What Is Stock Analysis?
Stock analysis is the evaluation of a particular trading instrument, an investment sector, or the market as a whole. Stock analysts attempt to determine the future activity of an instrument, sector, or market.
- Stock analysis is the practice of using information and analyzing data to make investment decisions.
- One popular form of stock analysis is fundamental analysis, the practice of using financial activity to forecast stock prices.
- Another popular form of stock analysis is technical analysis, the reliance of historical stock price activity to predict future price activity.
- Other less common forms of stock analysis include sentiment analysis and quantitative analysis.
- Investors may have unpredictable or limited information which makes stock analysis difficult.
What Are Stocks?
Understanding Stock Analysis
Stock analysis is a method for investors and traders to make buying and selling decisions. By studying and evaluating past and current data, investors and traders attempt to gain an edge in the markets by making informed decisions.
The notion of stock analysis relies on the assumption that available market information can be used to determine the intrinsic value of a stock. In the primary methods discussed below, investors use financial statements, stock price movement, market indicators, or industry trends to make investment decisions.
Much of this strategy relies on leveraging historical information. For instance, investors may analyze a company's stock based on it's financial performance. An analyst that is trying to determine the fair price of that stock may strive to understand how similar companies of similar performance performed in the past.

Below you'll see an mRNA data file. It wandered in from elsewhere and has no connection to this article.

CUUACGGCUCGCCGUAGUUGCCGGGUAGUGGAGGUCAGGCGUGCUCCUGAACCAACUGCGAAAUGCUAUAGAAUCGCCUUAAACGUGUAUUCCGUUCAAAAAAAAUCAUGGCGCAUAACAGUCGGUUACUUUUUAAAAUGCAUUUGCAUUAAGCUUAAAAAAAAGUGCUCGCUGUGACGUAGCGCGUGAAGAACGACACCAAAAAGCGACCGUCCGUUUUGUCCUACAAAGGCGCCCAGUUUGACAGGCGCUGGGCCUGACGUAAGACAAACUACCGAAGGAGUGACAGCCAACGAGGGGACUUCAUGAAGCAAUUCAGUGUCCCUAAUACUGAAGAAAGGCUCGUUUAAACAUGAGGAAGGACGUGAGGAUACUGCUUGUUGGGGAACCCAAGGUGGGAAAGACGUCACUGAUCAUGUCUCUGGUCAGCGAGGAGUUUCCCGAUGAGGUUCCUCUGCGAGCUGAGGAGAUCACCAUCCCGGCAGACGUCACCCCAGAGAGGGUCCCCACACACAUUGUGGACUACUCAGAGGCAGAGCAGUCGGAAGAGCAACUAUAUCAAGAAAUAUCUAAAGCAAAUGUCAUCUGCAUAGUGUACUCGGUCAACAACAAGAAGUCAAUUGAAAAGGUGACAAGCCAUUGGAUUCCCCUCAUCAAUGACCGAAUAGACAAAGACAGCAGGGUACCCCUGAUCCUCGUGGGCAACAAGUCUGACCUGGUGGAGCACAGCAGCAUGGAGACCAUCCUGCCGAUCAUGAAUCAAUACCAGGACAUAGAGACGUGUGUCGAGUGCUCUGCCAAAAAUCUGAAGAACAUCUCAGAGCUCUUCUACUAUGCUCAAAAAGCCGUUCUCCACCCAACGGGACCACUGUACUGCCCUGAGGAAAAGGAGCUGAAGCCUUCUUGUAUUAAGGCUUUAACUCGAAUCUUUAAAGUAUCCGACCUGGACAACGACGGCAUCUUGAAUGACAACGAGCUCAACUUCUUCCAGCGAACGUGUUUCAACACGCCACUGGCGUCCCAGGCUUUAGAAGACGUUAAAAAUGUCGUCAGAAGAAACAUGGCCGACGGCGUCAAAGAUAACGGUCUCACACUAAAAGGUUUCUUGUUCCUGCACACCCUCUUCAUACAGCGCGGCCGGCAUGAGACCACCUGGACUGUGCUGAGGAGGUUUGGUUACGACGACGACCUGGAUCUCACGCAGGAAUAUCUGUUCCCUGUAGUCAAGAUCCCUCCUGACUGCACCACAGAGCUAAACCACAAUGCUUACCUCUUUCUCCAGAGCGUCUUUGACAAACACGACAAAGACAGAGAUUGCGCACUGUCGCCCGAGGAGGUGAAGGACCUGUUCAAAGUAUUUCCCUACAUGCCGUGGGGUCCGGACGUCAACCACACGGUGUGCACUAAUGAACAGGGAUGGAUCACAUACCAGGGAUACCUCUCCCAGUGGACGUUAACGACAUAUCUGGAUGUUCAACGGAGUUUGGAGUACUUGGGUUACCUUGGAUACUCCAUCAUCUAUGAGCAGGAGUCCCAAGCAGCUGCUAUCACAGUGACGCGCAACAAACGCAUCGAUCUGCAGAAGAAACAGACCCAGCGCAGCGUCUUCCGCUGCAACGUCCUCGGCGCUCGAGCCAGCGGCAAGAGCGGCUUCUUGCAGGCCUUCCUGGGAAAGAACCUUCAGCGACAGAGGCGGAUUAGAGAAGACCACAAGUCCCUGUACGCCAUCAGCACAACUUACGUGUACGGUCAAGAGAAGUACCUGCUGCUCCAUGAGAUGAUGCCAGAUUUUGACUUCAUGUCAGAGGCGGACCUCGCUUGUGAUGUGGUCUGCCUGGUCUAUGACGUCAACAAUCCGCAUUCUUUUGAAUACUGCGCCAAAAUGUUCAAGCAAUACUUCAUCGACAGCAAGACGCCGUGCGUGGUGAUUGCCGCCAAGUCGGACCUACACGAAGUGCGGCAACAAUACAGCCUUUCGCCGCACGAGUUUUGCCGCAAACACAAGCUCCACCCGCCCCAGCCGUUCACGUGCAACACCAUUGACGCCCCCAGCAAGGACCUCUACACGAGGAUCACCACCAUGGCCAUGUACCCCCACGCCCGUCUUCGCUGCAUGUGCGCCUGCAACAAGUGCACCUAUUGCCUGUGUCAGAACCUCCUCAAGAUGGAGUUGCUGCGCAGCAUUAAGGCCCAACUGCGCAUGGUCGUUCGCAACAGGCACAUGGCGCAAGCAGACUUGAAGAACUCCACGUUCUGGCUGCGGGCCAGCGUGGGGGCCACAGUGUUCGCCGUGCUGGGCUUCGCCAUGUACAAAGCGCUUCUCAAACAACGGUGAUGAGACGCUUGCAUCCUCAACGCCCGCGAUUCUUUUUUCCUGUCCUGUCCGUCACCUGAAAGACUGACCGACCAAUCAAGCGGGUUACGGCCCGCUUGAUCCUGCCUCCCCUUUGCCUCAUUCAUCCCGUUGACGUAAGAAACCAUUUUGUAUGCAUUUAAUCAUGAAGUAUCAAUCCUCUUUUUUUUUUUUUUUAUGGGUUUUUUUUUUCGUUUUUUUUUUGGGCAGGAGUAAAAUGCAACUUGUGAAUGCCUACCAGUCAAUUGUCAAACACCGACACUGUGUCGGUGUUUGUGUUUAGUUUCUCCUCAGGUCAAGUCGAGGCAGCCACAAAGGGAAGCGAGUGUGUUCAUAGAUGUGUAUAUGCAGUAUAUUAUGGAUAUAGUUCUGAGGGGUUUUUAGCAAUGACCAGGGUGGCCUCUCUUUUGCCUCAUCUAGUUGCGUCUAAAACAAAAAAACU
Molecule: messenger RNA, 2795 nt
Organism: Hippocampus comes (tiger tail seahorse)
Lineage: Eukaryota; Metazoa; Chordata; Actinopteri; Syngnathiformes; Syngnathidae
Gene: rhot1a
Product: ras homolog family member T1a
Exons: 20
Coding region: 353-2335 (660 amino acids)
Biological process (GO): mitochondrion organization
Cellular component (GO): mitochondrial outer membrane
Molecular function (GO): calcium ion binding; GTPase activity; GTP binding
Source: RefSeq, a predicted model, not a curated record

There are two basic types of stock analysis: fundamental analysis and technical analysis. Each method is discussed more in-depth below.
Fundamental analysis concentrates on data from sources, including financial records, economic reports, company assets, and market share. To conduct fundamental analysis on a public company or sector, investors and analysts typically analyze the metrics on a company’s financial statements – balance sheet, income statement, cash flow statement, and footnotes.
These statements are released to the public in the form of a 10-Q or 10-K report through the database system, EDGAR, which is administered by the U.S. Securities and Exchange Commission (SEC). Also, the earnings report released by a company during its quarterly earnings press release is analyzed by investors who look to ascertain how much in revenue, expenses, and profits a company made.
Companies often release their financial statement information on set cadences with predictable release periods.
Fundamental Analysis and Ratios
When running stock analysis on a company’s financial statements, an analyst will usually be checking for the measure of a company’s profitability, liquidity, solvency, efficiency, growth trajectory, and leverage. Different ratios can be used to determine how healthy a company is.